Flag hoisting in Chinnoor

Print edition : October 28, 2016

WHEN Narasimman got up in the morning, he remembered that they had to go for the flag-hoisting ceremony at seven o’clock. He hastily brushed his teeth and drank his coffee in one gulp and came to the hall. His father, Ramanjulu Naidu, was waiting there, all ready. “Come, let us go,” he said and walked towards the gate.

Ramanjulu Naidu was an old Congressman. Now he ran a small grocery store, and he was a homeopath on the side. He had some land, which included a tiny bit given to freedom fighters. Having participated in anti-toddy agitations and been beaten up soundly, he had spent a year in jail in those times. After Independence, he had slowly withdrawn from politics. The reason could be that he was dejected that his party hadn’t given him a ticket in the first general election after Independence. Or it could have been that he magnanimously thought that “now that Independence has been achieved, my role is over”. Whether he stepped aside or was asked to step aside, in any case he wasn’t in politics. That is, till recently.

When Narasimman came to Chinnoor on his annual vacation, he was taken aback to see that his father had been appointed as the head of the Town Congress Committee.

“What, Naina, why all this headache in this old age?” Narasimman advised. Because Narasimman was an idealist—first a follower of Gandhi, Ramakrishna and Vivekananda, then a Communist sympathiser, and then after 1956, a follower of Nehru, but not of the Congress party. In the end, he concluded that political affiliations weren’t for idealists like him. He didn’t like his father being chosen for a party post by the ruling party, much less six months before the elections. He not only thought that the wily politicians would use and throw away his father but was also of the opinion that after sixty-five, there was no need to indulge in politics.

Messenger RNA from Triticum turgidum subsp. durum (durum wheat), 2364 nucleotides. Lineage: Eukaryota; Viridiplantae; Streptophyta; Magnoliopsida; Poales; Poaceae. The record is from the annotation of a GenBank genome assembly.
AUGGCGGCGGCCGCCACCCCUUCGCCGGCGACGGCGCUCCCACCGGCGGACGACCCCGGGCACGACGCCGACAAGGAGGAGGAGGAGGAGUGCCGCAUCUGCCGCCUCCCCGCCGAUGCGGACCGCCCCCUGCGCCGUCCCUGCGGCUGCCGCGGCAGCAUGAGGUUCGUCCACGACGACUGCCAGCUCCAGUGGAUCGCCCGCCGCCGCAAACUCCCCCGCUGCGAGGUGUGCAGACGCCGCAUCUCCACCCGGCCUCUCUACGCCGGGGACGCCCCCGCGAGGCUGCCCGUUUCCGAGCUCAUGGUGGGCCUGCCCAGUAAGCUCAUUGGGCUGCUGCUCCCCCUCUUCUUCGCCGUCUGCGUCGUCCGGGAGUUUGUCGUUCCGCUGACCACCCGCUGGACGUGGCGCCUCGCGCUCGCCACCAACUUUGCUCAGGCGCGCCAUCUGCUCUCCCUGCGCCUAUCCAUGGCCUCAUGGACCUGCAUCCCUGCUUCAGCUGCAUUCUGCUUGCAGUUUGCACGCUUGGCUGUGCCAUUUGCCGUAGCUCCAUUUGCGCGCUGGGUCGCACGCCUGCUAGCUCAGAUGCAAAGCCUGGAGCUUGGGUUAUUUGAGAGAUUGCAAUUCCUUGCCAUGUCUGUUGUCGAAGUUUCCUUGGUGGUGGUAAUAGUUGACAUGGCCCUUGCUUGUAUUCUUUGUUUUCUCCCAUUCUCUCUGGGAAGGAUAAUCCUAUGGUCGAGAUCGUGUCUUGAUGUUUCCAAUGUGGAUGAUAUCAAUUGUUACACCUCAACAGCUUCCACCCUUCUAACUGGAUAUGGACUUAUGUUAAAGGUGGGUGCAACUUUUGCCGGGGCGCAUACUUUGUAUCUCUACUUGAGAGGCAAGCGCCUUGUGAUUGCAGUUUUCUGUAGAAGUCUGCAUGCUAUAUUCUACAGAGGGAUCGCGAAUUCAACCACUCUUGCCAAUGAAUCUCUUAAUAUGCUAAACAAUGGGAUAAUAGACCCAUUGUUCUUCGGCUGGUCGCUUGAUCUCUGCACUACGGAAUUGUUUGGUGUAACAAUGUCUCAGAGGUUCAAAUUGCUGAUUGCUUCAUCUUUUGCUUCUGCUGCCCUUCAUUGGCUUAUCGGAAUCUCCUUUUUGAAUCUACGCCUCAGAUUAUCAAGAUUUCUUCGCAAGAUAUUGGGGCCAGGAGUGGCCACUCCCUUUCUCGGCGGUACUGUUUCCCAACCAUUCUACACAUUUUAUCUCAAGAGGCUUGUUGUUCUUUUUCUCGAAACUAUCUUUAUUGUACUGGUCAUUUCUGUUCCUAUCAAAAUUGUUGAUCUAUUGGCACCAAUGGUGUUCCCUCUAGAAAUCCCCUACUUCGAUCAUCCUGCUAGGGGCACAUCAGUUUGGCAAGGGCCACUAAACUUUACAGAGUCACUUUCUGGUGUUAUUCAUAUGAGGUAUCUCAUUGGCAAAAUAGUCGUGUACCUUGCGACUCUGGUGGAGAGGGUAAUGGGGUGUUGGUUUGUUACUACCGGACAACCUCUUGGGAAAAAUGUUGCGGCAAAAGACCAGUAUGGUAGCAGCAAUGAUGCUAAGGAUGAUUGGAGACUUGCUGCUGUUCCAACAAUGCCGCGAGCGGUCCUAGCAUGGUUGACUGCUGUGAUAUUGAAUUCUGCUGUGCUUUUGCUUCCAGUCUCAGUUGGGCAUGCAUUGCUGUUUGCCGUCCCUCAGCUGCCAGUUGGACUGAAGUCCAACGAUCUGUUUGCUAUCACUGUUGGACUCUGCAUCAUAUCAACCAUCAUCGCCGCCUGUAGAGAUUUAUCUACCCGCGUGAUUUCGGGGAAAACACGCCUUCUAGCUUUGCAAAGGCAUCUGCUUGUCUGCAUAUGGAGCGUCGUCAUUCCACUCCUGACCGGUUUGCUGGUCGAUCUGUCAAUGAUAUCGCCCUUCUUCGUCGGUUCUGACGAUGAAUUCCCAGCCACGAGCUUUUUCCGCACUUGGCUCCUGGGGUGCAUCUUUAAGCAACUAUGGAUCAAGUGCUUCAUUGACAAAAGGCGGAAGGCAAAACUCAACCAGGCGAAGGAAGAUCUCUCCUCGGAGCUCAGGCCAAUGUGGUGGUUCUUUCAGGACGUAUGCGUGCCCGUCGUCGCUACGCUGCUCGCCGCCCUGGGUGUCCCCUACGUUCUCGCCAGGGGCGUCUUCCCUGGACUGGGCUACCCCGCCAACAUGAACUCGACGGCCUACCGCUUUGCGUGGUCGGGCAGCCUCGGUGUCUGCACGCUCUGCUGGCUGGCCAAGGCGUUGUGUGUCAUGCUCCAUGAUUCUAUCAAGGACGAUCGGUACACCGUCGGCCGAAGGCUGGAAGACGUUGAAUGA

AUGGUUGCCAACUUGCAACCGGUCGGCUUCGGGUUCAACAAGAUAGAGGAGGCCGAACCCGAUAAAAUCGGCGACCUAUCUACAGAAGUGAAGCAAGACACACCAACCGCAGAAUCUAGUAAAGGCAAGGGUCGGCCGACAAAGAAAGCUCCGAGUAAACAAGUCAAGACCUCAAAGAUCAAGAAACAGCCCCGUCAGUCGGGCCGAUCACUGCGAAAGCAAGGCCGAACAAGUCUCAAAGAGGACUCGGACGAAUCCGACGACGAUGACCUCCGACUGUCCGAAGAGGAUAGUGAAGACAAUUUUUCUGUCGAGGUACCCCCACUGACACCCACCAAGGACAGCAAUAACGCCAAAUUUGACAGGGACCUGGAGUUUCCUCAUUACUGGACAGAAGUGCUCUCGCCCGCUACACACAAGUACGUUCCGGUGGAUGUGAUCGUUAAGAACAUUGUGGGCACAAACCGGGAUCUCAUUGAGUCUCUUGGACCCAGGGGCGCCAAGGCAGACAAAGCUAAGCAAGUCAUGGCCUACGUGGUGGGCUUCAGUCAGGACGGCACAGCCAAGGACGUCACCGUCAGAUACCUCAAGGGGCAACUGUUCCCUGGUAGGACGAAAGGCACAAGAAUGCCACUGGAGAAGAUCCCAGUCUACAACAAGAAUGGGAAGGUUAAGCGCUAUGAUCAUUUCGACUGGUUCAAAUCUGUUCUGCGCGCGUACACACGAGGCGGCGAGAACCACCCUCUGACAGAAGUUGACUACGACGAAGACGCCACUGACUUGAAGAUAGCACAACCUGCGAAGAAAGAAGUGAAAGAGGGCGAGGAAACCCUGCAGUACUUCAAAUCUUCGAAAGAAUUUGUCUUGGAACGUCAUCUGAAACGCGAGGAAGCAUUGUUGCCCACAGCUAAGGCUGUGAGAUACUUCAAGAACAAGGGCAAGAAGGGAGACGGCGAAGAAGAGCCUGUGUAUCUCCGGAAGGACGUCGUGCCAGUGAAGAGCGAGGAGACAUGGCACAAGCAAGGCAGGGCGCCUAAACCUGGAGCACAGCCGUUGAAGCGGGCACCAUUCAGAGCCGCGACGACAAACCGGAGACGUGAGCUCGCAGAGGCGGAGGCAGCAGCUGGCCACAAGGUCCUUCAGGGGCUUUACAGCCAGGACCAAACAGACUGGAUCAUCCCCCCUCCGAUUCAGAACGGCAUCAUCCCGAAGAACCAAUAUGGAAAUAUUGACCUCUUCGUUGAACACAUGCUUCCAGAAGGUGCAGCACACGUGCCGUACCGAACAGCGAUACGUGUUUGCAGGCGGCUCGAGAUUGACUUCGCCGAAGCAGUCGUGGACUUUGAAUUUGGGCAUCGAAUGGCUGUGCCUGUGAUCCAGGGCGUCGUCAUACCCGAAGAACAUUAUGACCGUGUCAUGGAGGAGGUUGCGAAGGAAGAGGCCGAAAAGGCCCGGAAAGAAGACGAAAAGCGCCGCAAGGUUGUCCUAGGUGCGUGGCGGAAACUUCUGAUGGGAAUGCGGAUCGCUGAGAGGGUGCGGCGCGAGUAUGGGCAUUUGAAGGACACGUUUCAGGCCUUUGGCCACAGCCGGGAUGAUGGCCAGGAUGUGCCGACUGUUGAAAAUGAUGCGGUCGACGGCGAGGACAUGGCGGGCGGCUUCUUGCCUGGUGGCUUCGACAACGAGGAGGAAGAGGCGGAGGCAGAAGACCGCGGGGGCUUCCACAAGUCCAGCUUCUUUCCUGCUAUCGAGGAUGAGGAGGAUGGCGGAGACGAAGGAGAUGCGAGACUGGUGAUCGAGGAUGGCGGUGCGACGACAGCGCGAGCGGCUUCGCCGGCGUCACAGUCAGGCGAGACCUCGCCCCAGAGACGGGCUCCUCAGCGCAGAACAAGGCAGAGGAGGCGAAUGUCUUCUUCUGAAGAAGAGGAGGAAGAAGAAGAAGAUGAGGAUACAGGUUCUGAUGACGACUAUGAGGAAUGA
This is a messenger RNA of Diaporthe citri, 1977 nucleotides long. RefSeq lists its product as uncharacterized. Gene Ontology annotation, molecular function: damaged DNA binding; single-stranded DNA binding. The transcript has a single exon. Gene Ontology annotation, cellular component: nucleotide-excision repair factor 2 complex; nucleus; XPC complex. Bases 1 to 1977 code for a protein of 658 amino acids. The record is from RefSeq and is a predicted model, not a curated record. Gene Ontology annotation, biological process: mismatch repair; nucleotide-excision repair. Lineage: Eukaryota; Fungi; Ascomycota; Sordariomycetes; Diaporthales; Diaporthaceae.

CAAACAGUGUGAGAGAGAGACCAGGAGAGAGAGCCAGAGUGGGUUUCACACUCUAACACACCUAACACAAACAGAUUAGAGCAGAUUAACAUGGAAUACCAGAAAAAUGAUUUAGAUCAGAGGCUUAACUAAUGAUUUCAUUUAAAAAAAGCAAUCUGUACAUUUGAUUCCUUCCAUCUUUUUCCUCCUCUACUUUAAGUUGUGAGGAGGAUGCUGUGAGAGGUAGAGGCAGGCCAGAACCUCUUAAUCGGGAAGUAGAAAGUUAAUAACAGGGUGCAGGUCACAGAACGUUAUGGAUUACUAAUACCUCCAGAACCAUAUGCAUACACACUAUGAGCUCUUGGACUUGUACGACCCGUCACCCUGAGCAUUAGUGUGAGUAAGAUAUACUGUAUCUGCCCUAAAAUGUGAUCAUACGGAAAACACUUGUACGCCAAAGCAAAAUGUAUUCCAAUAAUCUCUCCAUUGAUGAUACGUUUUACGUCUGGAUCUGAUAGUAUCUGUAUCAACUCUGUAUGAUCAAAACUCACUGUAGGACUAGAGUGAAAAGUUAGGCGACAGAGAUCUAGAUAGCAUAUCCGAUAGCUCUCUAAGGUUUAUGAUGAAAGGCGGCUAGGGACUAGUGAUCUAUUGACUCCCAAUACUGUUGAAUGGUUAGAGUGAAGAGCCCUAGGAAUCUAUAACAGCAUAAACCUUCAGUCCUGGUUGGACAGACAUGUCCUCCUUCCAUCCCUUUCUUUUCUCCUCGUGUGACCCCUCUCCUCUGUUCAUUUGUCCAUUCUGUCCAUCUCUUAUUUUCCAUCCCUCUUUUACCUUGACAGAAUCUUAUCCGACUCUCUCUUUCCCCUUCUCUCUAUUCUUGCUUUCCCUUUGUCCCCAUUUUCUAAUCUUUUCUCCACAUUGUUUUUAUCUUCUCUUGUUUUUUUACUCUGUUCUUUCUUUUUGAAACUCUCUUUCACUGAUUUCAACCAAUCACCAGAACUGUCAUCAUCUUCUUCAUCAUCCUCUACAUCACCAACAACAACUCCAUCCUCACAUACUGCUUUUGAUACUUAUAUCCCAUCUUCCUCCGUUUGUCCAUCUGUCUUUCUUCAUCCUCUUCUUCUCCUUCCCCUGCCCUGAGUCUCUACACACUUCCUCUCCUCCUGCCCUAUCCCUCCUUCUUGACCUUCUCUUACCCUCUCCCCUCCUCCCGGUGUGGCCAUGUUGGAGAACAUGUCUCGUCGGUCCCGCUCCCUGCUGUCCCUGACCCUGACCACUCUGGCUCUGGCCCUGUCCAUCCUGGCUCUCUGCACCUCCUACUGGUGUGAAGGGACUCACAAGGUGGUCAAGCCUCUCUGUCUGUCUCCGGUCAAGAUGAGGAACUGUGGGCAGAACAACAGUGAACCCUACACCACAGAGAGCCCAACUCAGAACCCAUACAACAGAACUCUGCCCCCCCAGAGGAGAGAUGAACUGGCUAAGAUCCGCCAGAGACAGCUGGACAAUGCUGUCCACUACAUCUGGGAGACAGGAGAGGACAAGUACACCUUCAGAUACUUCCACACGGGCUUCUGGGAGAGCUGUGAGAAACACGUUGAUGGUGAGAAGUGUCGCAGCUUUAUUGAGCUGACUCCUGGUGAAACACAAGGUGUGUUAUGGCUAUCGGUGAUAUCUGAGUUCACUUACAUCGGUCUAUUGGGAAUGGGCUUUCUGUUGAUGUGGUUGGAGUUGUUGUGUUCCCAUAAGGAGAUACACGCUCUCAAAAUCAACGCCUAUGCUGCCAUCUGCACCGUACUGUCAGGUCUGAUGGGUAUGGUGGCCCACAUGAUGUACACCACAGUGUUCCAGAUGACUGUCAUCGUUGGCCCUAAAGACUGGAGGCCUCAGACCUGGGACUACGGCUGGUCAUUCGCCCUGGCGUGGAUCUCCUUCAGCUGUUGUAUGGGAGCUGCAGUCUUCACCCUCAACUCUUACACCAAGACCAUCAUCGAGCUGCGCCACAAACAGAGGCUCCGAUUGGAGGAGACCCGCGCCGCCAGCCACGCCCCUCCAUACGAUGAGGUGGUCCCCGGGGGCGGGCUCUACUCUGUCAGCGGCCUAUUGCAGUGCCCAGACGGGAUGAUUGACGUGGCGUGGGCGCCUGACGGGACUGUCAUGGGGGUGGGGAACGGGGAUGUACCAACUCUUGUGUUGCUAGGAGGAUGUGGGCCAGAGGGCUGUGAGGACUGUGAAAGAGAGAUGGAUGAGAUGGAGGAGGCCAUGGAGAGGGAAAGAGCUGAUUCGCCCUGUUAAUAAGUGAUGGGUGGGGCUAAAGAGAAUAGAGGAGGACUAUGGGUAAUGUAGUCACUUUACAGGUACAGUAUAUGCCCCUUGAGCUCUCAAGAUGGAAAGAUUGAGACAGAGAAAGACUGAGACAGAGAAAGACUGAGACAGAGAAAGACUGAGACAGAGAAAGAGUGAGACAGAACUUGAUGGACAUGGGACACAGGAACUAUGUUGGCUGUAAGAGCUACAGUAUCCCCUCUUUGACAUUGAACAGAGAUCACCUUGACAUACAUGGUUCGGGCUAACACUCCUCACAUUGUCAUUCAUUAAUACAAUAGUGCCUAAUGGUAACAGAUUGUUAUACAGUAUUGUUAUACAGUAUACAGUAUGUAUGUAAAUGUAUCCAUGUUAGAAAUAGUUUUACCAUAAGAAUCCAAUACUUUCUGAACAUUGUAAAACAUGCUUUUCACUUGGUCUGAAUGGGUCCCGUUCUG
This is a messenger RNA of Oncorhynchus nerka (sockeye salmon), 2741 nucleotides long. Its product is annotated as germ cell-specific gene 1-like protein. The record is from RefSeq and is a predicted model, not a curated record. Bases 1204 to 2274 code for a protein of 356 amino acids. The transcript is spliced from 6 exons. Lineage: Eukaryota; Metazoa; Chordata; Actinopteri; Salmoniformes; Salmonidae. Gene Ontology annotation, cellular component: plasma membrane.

But Ramanjulu didn’t quite agree. “If honest people always shy away from politics, then this country will only go to the dogs,” he argued. Narasimman couldn’t refute this logic.

The previous day itself Ramanjulu had informed his son, “At seven tomorrow morning, the flag should be hoisted. It’s our Independence Day, you see.”

Narasimman readied himself to start the car. Why did his father have to walk when Narasimman had brought his car to Chinnoor? Besides, he also wanted to see his father hoisting the national flag in the heart of the town as the head of the local Congress committee.

Just before starting, Krishnaveniammal asked Ramanjulu if she too could come along. She was Ramanjulu’s younger sister. She was his father’s second wife’s daughter. Years earlier she had lost her husband to cholera and come back to live here. Ever since, she had become Ramanjulu’s right hand. When Ramanjulu had gone to jail in 1932, it was she who had brought up the motherless Narasimman. Today she too yearned to see her brother hoisting the flag like in earlier times.

Narasimman brought the two of them to the heart of the town. Since the road had been muddied in the previous day’s downpour, his car tyres left a trail of “mud kolam”, much like an aircraft leaving a jet trail in the sky.

In the town’s centre, there were four or five flag posts with the flags of the different political parties hanging red, white, green and black. In the middle was a bust of Gandhiji, imported from Italy for five hundred rupees. It was fixed on a high stone platform. Along with Gandhiji, the ones who unveiled the bust twelve years ago—district collector, AP Venkateswaran ICS, municipal chairman, the honourable Rao Sahib Sundara Murthy Mudaliar, municipal commissioner Mr David Paul BA—too had attained eternity, consigning their names to the slab below the bust. Circling the bust, an iron-grilled fence. Perhaps to prevent Gandhiji from running away from Chinnoor if ever he came to life.

When they reached, it was sharp seven. Parking the car in the corner of “Rangaraj Building—1945”, they got down.

“No one has arrived,” complained Narasimman.

“They will come, they will come,” said Ramanjulu, adjusting his old handloom towel which doubled as an angavastram over his shoulder.

Both of them looked around. Rajagopal Mudaliar emerged from a small lane nearby.

“Welcome, welcome. What is this, seven means you’ve arrived exactly at seven,” he said, unloading the chewed-up betel remains from the mouth on to the street.

“Who is this, saar?”

“My elder son, Narasimman.”

“Oho, the one in the city? Vanakkam, saar. I’m so glad.”

“Where are the rest?”

“They’ve gone for tiffin to the hotel. They should be back now. Come into the shade.” Courteously uttering these words, he went to a nearby shop and opened the door. Only after it was opened, did Narasimman realise that it wasn’t a shop but the Town Congress Committee’s warehouse for flags.

At that moment Kanniappan and idli-shop Venkatramayyar (earlier he was in the idli business, but now he was the checking inspector in buses) came. A few others too joined them. There was a babel of voices. “Come on, take out the flags. We need seventeen—Chinna Kadai Street, Ranga Pillai Street, Dharmaraja Koil Street, Kosavar Street…” Narasimman listened with interest to all the flag hoistings that were to take place after this main event.

He was suddenly startled by a sound. It took him a while to figure out what the noise was and where it came from.